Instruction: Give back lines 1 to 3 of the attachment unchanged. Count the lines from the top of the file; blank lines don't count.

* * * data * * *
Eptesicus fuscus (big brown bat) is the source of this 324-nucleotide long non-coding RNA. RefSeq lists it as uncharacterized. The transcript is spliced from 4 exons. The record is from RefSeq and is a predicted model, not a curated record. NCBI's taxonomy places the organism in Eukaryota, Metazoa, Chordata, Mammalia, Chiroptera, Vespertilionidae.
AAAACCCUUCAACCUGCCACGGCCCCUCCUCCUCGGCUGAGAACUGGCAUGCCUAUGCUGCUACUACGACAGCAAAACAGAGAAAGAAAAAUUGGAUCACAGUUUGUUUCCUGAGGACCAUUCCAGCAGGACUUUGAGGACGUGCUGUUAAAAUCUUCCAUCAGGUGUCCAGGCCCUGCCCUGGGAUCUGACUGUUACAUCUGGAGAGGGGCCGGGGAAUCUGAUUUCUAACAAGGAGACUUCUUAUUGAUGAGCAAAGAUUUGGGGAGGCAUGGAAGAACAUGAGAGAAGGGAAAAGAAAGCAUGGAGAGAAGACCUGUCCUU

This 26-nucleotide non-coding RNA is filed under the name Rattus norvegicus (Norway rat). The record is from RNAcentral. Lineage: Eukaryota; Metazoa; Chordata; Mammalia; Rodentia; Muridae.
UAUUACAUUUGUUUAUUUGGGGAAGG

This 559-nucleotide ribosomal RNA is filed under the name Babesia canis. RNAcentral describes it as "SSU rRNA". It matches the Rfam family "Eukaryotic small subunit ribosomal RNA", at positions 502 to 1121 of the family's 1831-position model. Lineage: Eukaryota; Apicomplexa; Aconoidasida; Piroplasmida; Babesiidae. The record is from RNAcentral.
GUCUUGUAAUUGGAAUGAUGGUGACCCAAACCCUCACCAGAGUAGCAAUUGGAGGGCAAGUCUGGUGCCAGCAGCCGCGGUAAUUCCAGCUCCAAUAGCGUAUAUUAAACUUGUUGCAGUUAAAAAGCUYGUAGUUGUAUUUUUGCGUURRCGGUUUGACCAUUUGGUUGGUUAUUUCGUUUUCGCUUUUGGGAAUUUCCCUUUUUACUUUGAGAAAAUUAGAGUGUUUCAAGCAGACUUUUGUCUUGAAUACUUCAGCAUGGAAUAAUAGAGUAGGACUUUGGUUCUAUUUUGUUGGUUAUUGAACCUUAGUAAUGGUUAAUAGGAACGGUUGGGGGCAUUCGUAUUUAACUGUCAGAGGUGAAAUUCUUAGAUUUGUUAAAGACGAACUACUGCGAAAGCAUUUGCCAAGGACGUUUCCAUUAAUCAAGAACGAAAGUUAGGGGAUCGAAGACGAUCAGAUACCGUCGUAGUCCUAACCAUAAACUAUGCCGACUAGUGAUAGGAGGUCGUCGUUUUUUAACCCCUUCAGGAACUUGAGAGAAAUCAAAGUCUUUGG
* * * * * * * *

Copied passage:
Eptesicus fuscus (big brown bat) is the source of this 324-nucleotide long non-coding RNA. RefSeq lists it as uncharacterized. The transcript is spliced from 4 exons. The record is from RefSeq and is a predicted model, not a curated record. NCBI's taxonomy places the organism in Eukaryota, Metazoa, Chordata, Mammalia, Chiroptera, Vespertilionidae.
AAAACCCUUCAACCUGCCACGGCCCCUCCUCCUCGGCUGAGAACUGGCAUGCCUAUGCUGCUACUACGACAGCAAAACAGAGAAAGAAAAAUUGGAUCACAGUUUGUUUCCUGAGGACCAUUCCAGCAGGACUUUGAGGACGUGCUGUUAAAAUCUUCCAUCAGGUGUCCAGGCCCUGCCCUGGGAUCUGACUGUUACAUCUGGAGAGGGGCCGGGGAAUCUGAUUUCUAACAAGGAGACUUCUUAUUGAUGAGCAAAGAUUUGGGGAGGCAUGGAAGAACAUGAGAGAAGGGAAAAGAAAGCAUGGAGAGAAGACCUGUCCUU

This 26-nucleotide non-coding RNA is filed under the name Rattus norvegicus (Norway rat). The record is from RNAcentral. Lineage: Eukaryota; Metazoa; Chordata; Mammalia; Rodentia; Muridae.